When Phillip, the youth minister, asked me to coach the church’s middle school basketball team, I asked him, “Am I coaching to win games, or are we just making sure everyone has fun and gets equal play time?” He told me, “I’m sure they all want to get their share of play time, but we’d really like to win some games.”
I love coaching basketball. A couple of years ago a friend of mine asked me to coach his high school girls’ summer league team. We won the championship. I coached a team of guys who had mostly never played before to an intramural championship game in college. I love teaching the game. I love making complex things simple. I love making a plan and seeing it come to fruition. I love seeing a game played the right way.
I love to win. There is a formula to winning basketball games, and if a team buys into that formula, winning happens. I love when that formula takes an underdog team to a victory against a team that overmatched them in the talent department.
I had to retire from my church league playing career a few years ago because I am unable to “play for fun.” I can play softball, ping pong, Frisbee, cards, and Chutes and Ladders for fun. I cannot play basketball for fun. When I play, I want to play my way, because my way will win.
As you can imagine, I was very happy when Phillip told me that I was coaching to win games. Perfect. Now to meet the players, get them to buy into the formula and start winning games.
Not so fast coach. Phillip emailed me my roster. “There must be a mistake here,” I replied. “This roster only has five names!” Phillip replied, “You only need four to start a game, and now you don’t have to worry about everyone’s playtime!”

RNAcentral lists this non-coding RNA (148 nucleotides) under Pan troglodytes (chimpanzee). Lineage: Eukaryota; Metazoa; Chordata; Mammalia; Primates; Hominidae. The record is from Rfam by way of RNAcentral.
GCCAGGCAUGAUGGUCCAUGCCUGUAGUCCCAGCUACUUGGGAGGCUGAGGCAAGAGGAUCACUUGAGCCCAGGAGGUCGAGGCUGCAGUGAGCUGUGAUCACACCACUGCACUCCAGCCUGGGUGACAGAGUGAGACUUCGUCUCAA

Ok, minor speed bump. But if I’ve got five guys who can buy into my formula, we can still be successful.
I met my team at our first practice. They were pretty raw. The first time I saw them, only a couple could successfully dribble a basketball from one end of the court to the other. It was a struggle for some to get the ball to the rim on a shot attempt. Our first game we were blown out 58-3. It was apparent that we were out matched physically, athletically, and game experience by every team in the league.
I honestly wondered if the boys had it in them to take an entire season of blowouts. I would have wanted to give up. But these boys started to teach me something. These boys loved the game. They all showed up for the next practice, and the next game. They encouraged a couple of their friends to join the team. They wanted to be better. They were sponges for information about how to defend better, dribble better, shoot better and rebound better. And we got better. A lot better.
Our measuring stick for success is different than most teams. We are almost assured to lose every game we play this season. But we have been successful. Victories for us are games where we hustle on defense or we make it an entire quarter without a double dribble. We went out for ice cream after the game that we kept our hands up on defense for the entire game.
That team that beat us 58-3 beat us 46-16 the last time we played them. They were upset they didn’t beat us by more and left their press defense on us the entire game, despite having an insurmountable lead. We’re getting better. We’re still a team that will lose a lot, but better than we were our first day.